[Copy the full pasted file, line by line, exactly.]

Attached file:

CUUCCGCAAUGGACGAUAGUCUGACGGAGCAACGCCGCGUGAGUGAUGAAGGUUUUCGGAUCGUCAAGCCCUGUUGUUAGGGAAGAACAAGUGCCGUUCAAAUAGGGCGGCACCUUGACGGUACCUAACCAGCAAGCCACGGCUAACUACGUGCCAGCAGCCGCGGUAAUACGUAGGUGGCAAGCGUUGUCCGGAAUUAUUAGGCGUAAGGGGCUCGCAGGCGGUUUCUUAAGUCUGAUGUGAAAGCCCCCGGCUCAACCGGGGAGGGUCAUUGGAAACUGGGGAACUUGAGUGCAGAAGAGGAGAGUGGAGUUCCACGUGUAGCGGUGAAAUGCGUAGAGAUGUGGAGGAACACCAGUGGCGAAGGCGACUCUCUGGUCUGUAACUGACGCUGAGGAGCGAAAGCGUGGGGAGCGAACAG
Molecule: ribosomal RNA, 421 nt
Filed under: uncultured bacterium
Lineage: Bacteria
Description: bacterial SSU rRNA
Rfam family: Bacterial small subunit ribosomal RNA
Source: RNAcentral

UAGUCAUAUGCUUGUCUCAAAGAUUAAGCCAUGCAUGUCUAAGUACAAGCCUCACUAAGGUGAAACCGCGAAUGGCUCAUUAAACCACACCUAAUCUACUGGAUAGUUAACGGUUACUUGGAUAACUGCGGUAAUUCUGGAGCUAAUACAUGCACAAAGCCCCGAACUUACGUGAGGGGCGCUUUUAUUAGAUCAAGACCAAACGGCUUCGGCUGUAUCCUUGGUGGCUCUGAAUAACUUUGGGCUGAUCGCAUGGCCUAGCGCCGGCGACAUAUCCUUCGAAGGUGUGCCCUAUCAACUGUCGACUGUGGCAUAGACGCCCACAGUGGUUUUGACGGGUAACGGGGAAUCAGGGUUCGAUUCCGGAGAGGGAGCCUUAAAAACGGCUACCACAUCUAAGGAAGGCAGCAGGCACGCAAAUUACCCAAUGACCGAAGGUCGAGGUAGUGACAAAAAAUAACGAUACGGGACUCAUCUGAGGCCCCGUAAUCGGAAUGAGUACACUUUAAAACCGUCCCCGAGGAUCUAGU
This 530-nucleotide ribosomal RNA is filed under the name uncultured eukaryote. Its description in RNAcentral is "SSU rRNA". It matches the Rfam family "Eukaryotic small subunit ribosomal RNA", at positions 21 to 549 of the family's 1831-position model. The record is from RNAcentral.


CUUCCGCAAUGGACGAUAGUCUGACGGAGCAACGCCGCGUGAGUGAUGAAGGUUUUCGGAUCGUCAAGCCCUGUUGUUAGGGAAGAACAAGUGCCGUUCAAAUAGGGCGGCACCUUGACGGUACCUAACCAGCAAGCCACGGCUAACUACGUGCCAGCAGCCGCGGUAAUACGUAGGUGGCAAGCGUUGUCCGGAAUUAUUAGGCGUAAGGGGCUCGCAGGCGGUUUCUUAAGUCUGAUGUGAAAGCCCCCGGCUCAACCGGGGAGGGUCAUUGGAAACUGGGGAACUUGAGUGCAGAAGAGGAGAGUGGAGUUCCACGUGUAGCGGUGAAAUGCGUAGAGAUGUGGAGGAACACCAGUGGCGAAGGCGACUCUCUGGUCUGUAACUGACGCUGAGGAGCGAAAGCGUGGGGAGCGAACAG
Molecule: ribosomal RNA, 421 nt
Filed under: uncultured bacterium
Lineage: Bacteria
Description: bacterial SSU rRNA
Rfam family: Bacterial small subunit ribosomal RNA
Source: RNAcentral

UAGUCAUAUGCUUGUCUCAAAGAUUAAGCCAUGCAUGUCUAAGUACAAGCCUCACUAAGGUGAAACCGCGAAUGGCUCAUUAAACCACACCUAAUCUACUGGAUAGUUAACGGUUACUUGGAUAACUGCGGUAAUUCUGGAGCUAAUACAUGCACAAAGCCCCGAACUUACGUGAGGGGCGCUUUUAUUAGAUCAAGACCAAACGGCUUCGGCUGUAUCCUUGGUGGCUCUGAAUAACUUUGGGCUGAUCGCAUGGCCUAGCGCCGGCGACAUAUCCUUCGAAGGUGUGCCCUAUCAACUGUCGACUGUGGCAUAGACGCCCACAGUGGUUUUGACGGGUAACGGGGAAUCAGGGUUCGAUUCCGGAGAGGGAGCCUUAAAAACGGCUACCACAUCUAAGGAAGGCAGCAGGCACGCAAAUUACCCAAUGACCGAAGGUCGAGGUAGUGACAAAAAAUAACGAUACGGGACUCAUCUGAGGCCCCGUAAUCGGAAUGAGUACACUUUAAAACCGUCCCCGAGGAUCUAGU
This 530-nucleotide ribosomal RNA is filed under the name uncultured eukaryote. Its description in RNAcentral is "SSU rRNA". It matches the Rfam family "Eukaryotic small subunit ribosomal RNA", at positions 21 to 549 of the family's 1831-position model. The record is from RNAcentral.